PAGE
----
“There were a lot of moments where the piece was speaking to the national immigration crisis, but also very much to the specific,” says Schroeder-Arce, who is a board member of Teatro Vivo. “The production was helping people in Austin understand what’s happening here, what our resources are, and the ways that we can impact the immigrant community in Austin.”
In addition to tackling serious subject matter, pastorelas employ a number of techniques to keep audiences of all ages engaged. LCAC’s pastorela includes a bilingual choir and a local dance group, as well as topical jokes, like a devil in a red hat that reads “Make Heaven Great Again.”
“The music and the visuals really attract the children, as well as the physicality of the show, and the political commentary and humor engage adult audiences,” says Acosta. At Teatro Vivo’s pastorela last year, children brought canned goods to the production and at one moment in the show, went on stage and gave them as gifts to the baby Jesus.
“There’s less concern about everyone understanding everything,” says Schroeder-Arce. “Rather, there’s something that draws everyone in. Children and adults going to the theatre together is just part of the sensibility. Children are introduced to the theatre early, and no one’s offended or frustrated if a baby cries. That’s a critical piece of the tradition.”
This spirit of inclusion extends to casting as well. The cast of LCAC’s pastorela is made up of children, teens, local actors, and other community members. “Sacramento isn’t known as a great theatre town, but it’s growing, and we now have a lot of wonderful talent,” says Acosta. For their part Austin’s Teatro Vivo tries to cast everyone who auditions for their pastorela. “There’s a tradition of giving everyone an opportunity who wants an opportunity to be a part of this event,” says Schroeder-Arce.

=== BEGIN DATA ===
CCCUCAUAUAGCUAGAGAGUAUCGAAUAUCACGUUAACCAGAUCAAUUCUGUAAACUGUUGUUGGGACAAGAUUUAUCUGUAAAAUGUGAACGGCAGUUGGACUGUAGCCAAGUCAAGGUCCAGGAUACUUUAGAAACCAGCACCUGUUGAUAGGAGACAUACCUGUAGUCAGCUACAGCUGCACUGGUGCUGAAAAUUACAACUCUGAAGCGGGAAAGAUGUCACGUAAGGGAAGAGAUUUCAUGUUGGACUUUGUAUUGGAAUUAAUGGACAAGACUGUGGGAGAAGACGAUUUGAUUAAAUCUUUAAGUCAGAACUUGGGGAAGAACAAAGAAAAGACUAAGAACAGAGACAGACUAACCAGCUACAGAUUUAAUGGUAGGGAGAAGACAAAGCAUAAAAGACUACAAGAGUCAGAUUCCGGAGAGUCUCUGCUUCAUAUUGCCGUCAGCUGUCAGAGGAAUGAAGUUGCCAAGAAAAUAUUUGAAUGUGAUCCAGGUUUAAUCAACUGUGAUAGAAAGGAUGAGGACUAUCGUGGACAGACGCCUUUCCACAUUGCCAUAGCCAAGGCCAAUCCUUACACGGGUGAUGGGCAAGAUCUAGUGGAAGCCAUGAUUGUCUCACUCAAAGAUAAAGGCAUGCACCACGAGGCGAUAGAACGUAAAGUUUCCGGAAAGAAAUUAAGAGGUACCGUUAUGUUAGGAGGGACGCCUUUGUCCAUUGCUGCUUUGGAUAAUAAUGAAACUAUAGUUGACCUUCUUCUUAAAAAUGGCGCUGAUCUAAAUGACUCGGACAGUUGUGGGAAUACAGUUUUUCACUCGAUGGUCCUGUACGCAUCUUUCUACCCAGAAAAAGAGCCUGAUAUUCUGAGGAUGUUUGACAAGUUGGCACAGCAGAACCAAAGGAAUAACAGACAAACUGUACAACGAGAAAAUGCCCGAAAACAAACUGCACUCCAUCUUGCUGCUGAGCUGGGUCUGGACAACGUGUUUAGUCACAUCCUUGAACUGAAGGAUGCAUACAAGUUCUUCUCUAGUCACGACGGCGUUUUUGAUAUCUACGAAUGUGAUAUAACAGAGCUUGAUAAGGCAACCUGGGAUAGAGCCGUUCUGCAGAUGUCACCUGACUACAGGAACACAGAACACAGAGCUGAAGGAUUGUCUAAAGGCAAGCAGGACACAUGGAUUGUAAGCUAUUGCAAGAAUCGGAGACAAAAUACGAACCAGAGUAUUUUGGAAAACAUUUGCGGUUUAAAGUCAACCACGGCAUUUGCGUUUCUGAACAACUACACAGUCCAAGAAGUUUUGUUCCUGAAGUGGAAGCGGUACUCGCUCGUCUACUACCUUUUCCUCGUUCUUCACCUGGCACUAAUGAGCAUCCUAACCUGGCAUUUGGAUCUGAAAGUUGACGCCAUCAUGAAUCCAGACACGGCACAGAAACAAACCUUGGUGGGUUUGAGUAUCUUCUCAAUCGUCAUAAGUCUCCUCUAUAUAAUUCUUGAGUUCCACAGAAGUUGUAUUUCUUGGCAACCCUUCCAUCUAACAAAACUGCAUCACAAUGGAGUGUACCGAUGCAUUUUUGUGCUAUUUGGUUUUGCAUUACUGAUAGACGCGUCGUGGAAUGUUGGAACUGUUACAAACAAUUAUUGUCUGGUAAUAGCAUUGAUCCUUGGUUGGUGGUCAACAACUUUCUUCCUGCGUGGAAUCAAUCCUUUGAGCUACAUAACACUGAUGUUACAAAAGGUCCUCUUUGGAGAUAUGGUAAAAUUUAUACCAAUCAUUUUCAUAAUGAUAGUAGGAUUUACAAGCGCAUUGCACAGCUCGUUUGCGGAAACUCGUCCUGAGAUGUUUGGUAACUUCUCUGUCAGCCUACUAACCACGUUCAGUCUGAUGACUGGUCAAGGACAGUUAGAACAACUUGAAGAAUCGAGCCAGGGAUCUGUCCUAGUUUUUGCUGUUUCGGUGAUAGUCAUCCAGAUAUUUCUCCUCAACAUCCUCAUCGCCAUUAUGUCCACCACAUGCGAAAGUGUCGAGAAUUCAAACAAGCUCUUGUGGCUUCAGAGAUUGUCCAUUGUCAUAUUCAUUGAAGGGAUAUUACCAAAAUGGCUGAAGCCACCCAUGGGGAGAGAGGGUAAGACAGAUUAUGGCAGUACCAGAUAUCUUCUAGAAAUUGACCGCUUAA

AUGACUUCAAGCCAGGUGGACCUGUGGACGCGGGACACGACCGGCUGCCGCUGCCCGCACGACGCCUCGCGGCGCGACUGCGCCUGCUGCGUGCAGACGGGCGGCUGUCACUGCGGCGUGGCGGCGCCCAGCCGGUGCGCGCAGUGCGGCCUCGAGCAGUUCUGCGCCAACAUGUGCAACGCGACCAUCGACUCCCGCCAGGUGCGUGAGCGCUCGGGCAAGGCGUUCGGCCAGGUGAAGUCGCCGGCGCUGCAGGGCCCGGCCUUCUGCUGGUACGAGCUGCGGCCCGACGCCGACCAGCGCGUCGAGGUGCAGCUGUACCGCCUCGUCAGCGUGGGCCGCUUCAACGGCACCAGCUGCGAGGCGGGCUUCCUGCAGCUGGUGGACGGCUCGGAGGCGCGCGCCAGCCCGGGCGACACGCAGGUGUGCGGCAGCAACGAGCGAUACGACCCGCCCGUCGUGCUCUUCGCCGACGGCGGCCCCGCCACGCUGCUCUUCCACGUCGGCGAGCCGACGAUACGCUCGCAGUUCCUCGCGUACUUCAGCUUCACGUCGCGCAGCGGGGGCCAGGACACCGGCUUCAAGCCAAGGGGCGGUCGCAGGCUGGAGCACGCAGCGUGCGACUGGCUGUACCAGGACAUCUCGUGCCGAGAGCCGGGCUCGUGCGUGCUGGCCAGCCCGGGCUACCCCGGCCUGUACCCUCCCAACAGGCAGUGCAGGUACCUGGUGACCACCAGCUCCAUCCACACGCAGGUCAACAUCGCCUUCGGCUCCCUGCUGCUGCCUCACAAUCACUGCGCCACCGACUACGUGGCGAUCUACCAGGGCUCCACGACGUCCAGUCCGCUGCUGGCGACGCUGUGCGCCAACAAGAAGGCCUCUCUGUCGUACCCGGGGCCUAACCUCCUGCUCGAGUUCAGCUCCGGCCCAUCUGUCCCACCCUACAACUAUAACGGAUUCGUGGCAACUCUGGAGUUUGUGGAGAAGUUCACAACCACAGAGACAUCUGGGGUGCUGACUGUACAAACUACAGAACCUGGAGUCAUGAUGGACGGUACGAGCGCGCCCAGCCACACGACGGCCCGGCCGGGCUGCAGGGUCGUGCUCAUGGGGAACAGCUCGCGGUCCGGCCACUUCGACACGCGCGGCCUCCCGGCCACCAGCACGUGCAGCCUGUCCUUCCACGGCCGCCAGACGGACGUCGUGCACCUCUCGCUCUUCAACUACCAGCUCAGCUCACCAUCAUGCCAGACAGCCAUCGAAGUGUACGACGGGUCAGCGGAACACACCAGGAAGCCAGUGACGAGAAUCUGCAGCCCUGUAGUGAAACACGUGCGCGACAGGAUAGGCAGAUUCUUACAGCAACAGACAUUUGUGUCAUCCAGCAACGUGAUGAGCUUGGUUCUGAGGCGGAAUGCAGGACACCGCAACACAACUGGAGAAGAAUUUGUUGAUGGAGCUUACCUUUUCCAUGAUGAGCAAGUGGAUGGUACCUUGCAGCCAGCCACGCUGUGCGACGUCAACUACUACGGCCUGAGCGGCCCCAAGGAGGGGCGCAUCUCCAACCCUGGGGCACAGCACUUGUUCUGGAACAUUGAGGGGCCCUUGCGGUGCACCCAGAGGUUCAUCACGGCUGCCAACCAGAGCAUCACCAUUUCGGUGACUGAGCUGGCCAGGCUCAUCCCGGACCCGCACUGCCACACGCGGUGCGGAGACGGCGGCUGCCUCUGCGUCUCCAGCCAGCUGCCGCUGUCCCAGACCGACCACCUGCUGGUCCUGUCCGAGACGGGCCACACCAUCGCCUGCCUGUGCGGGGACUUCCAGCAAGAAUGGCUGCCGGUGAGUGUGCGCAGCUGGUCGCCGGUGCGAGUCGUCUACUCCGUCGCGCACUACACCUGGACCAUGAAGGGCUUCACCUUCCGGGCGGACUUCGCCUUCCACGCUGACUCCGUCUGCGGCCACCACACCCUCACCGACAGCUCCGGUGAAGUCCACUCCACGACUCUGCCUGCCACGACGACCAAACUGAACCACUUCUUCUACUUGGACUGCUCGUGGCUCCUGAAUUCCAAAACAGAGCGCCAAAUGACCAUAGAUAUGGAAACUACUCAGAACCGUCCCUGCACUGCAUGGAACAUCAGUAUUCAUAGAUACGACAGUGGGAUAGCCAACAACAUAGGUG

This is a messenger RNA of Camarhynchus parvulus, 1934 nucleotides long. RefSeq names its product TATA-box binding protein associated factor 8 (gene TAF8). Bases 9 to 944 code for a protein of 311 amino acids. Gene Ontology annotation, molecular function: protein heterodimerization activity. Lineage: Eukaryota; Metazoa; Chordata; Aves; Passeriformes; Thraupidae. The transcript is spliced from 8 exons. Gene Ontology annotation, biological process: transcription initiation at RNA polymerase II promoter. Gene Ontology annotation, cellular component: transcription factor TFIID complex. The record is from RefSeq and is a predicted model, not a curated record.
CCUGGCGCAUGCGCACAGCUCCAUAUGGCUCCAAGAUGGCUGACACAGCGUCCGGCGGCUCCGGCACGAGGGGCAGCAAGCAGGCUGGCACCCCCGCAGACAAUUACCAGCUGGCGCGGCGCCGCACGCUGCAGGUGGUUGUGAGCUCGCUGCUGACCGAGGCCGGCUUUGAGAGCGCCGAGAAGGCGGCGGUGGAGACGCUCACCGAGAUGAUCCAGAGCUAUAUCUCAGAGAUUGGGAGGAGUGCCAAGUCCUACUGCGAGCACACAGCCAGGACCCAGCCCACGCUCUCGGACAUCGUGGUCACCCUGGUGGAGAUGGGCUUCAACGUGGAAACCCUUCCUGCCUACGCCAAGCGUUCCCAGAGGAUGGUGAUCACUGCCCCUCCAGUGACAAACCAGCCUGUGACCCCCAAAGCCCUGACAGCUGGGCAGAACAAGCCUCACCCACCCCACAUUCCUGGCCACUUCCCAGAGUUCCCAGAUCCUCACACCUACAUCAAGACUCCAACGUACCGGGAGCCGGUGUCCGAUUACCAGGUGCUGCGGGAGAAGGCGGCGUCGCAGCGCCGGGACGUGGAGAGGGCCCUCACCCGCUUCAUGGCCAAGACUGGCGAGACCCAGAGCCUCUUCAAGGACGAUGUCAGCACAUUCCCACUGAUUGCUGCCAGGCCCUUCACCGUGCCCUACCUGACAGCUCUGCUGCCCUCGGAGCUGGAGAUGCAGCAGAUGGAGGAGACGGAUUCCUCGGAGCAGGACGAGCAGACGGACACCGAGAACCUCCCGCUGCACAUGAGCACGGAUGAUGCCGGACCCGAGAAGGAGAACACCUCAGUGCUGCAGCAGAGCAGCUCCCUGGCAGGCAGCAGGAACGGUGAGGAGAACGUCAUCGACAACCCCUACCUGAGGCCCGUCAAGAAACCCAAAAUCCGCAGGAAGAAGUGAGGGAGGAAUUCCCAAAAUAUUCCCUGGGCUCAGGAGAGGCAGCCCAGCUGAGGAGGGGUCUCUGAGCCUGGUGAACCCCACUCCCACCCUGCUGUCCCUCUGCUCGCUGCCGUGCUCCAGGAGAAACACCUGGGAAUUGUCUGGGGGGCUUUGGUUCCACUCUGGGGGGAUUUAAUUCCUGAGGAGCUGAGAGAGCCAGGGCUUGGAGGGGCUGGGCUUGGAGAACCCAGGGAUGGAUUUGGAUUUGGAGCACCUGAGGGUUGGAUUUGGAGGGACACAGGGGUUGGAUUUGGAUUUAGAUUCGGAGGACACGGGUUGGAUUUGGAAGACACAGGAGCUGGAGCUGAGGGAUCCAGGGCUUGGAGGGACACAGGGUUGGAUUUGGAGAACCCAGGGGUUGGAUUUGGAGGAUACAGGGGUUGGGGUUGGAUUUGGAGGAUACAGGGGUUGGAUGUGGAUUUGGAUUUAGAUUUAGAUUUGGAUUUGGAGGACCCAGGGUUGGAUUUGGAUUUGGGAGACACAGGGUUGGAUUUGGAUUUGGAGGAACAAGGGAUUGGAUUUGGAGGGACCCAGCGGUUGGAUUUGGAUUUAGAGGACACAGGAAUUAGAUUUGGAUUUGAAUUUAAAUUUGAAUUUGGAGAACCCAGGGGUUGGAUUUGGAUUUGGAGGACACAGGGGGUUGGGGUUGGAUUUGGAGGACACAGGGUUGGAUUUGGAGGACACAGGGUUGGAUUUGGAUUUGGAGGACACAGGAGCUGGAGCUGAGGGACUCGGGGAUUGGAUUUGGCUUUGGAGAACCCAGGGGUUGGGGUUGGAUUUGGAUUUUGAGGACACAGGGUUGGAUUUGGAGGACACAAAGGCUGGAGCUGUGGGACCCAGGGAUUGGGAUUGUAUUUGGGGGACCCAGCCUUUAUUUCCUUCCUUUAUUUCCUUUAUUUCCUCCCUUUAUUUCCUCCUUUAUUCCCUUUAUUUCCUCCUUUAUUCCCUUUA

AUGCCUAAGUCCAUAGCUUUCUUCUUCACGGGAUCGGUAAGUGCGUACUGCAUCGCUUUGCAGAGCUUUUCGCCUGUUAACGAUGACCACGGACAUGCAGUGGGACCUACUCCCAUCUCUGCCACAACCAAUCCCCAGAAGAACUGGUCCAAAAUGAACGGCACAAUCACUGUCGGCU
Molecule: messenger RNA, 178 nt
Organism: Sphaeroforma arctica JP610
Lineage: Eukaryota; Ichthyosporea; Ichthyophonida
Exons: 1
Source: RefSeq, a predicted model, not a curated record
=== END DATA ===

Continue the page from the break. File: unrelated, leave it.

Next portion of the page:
While the size and production values of pastorelas can vary, most reach their audiences primarily through word of mouth and other grassroots methods. “People see it every year, and just know to come back because they want to see what’s changed,” says Schroeder-Arce. “The marketing is different, and it’s not advertised as much.”
LCAC advertises through traditional methods, including working with a Spanish-language television station, but also relies heavily on community outreach and social media. “We’re starting to see the results of our efforts, a holiday tradition in Sacramento rooted in Latino culture,” says Acosta. “We target our audience and they know who we are. Most of our audience is Latino, though we also get a lot of people who are interested in the themes, in musical theatre, or in having a cultural experience.”
Pastorelas can blur the lines between performer and audience member, theatre and community event, ritual and entertainment. While the form’s ability to negotiate so many different worlds is part of its appeal, its hybrid and democratic nature can also cause theatregoers to label it as folk performance or community theatre, as opposed to acknowledging it as a unique and complex theatrical form.
“Teachers will ask students, ‘What theatre do you know?’” says Schroeder-Arce. “A lot of Mexican children may have seen a pastorela, but the teacher may not recognize it as a valid form of theatre. So an important part of this conversation is the lens from which we look at any particular kind of performance, and what gets to be considered ‘legitimate.’”
Pastorelas may still have to fight for a place in the canon, but in a year when the U.S. government has been especially cruel to Latinx children and families, La Pastorela can demonstrate the power of culture and community to incite positive social change. “Hopefully, it inspires dialogue, both about the word today, and how we can all support each other and make the world better—together,” says Schroeder-Arce.